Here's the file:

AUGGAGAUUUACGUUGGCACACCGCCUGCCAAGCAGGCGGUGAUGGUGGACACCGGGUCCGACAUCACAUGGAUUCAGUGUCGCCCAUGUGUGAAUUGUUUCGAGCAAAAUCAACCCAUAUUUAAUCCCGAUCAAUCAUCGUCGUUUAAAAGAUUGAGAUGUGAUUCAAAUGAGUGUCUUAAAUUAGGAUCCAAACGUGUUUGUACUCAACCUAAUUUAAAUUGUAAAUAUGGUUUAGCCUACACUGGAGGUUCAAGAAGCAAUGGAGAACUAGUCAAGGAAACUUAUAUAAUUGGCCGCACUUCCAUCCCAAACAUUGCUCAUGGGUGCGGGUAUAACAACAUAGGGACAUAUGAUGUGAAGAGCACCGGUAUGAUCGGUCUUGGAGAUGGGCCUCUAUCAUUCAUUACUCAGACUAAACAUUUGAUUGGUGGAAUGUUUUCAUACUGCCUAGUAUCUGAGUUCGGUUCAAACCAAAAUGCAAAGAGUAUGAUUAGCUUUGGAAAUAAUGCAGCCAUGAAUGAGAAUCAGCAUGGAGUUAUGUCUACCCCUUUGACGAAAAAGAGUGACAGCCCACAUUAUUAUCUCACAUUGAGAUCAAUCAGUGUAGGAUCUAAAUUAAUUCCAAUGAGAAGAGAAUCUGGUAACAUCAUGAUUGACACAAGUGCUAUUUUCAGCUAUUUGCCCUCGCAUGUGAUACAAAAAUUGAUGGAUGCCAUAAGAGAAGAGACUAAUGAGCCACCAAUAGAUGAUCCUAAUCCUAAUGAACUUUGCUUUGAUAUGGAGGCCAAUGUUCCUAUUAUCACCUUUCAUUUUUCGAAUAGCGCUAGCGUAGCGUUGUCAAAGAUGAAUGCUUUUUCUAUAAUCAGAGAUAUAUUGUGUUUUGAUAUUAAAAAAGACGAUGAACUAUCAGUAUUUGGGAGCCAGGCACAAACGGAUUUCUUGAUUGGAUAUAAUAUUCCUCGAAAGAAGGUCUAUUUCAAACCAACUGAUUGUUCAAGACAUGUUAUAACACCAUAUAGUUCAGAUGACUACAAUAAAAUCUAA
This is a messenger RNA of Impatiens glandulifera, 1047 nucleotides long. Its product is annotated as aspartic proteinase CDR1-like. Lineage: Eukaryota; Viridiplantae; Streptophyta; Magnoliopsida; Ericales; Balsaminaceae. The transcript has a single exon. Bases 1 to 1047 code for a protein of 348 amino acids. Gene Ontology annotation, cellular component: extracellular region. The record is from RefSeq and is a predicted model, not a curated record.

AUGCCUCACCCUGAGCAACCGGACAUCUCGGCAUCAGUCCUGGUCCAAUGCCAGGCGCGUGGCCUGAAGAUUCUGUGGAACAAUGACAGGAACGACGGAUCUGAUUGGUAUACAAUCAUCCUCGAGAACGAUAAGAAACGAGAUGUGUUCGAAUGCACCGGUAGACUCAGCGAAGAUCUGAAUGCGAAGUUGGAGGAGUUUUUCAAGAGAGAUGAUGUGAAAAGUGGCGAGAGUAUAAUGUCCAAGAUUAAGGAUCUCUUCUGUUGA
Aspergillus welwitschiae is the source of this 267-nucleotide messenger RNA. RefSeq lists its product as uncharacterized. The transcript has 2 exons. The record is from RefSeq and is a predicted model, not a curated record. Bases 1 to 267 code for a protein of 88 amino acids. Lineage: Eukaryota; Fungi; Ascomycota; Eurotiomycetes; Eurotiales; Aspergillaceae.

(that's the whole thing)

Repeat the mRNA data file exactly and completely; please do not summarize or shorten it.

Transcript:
AUGGAGAUUUACGUUGGCACACCGCCUGCCAAGCAGGCGGUGAUGGUGGACACCGGGUCCGACAUCACAUGGAUUCAGUGUCGCCCAUGUGUGAAUUGUUUCGAGCAAAAUCAACCCAUAUUUAAUCCCGAUCAAUCAUCGUCGUUUAAAAGAUUGAGAUGUGAUUCAAAUGAGUGUCUUAAAUUAGGAUCCAAACGUGUUUGUACUCAACCUAAUUUAAAUUGUAAAUAUGGUUUAGCCUACACUGGAGGUUCAAGAAGCAAUGGAGAACUAGUCAAGGAAACUUAUAUAAUUGGCCGCACUUCCAUCCCAAACAUUGCUCAUGGGUGCGGGUAUAACAACAUAGGGACAUAUGAUGUGAAGAGCACCGGUAUGAUCGGUCUUGGAGAUGGGCCUCUAUCAUUCAUUACUCAGACUAAACAUUUGAUUGGUGGAAUGUUUUCAUACUGCCUAGUAUCUGAGUUCGGUUCAAACCAAAAUGCAAAGAGUAUGAUUAGCUUUGGAAAUAAUGCAGCCAUGAAUGAGAAUCAGCAUGGAGUUAUGUCUACCCCUUUGACGAAAAAGAGUGACAGCCCACAUUAUUAUCUCACAUUGAGAUCAAUCAGUGUAGGAUCUAAAUUAAUUCCAAUGAGAAGAGAAUCUGGUAACAUCAUGAUUGACACAAGUGCUAUUUUCAGCUAUUUGCCCUCGCAUGUGAUACAAAAAUUGAUGGAUGCCAUAAGAGAAGAGACUAAUGAGCCACCAAUAGAUGAUCCUAAUCCUAAUGAACUUUGCUUUGAUAUGGAGGCCAAUGUUCCUAUUAUCACCUUUCAUUUUUCGAAUAGCGCUAGCGUAGCGUUGUCAAAGAUGAAUGCUUUUUCUAUAAUCAGAGAUAUAUUGUGUUUUGAUAUUAAAAAAGACGAUGAACUAUCAGUAUUUGGGAGCCAGGCACAAACGGAUUUCUUGAUUGGAUAUAAUAUUCCUCGAAAGAAGGUCUAUUUCAAACCAACUGAUUGUUCAAGACAUGUUAUAACACCAUAUAGUUCAGAUGACUACAAUAAAAUCUAA
This is a messenger RNA of Impatiens glandulifera, 1047 nucleotides long. Its product is annotated as aspartic proteinase CDR1-like. Lineage: Eukaryota; Viridiplantae; Streptophyta; Magnoliopsida; Ericales; Balsaminaceae. The transcript has a single exon. Bases 1 to 1047 code for a protein of 348 amino acids. Gene Ontology annotation, cellular component: extracellular region. The record is from RefSeq and is a predicted model, not a curated record.

AUGCCUCACCCUGAGCAACCGGACAUCUCGGCAUCAGUCCUGGUCCAAUGCCAGGCGCGUGGCCUGAAGAUUCUGUGGAACAAUGACAGGAACGACGGAUCUGAUUGGUAUACAAUCAUCCUCGAGAACGAUAAGAAACGAGAUGUGUUCGAAUGCACCGGUAGACUCAGCGAAGAUCUGAAUGCGAAGUUGGAGGAGUUUUUCAAGAGAGAUGAUGUGAAAAGUGGCGAGAGUAUAAUGUCCAAGAUUAAGGAUCUCUUCUGUUGA
Aspergillus welwitschiae is the source of this 267-nucleotide messenger RNA. RefSeq lists its product as uncharacterized. The transcript has 2 exons. The record is from RefSeq and is a predicted model, not a curated record. Bases 1 to 267 code for a protein of 88 amino acids. Lineage: Eukaryota; Fungi; Ascomycota; Eurotiomycetes; Eurotiales; Aspergillaceae.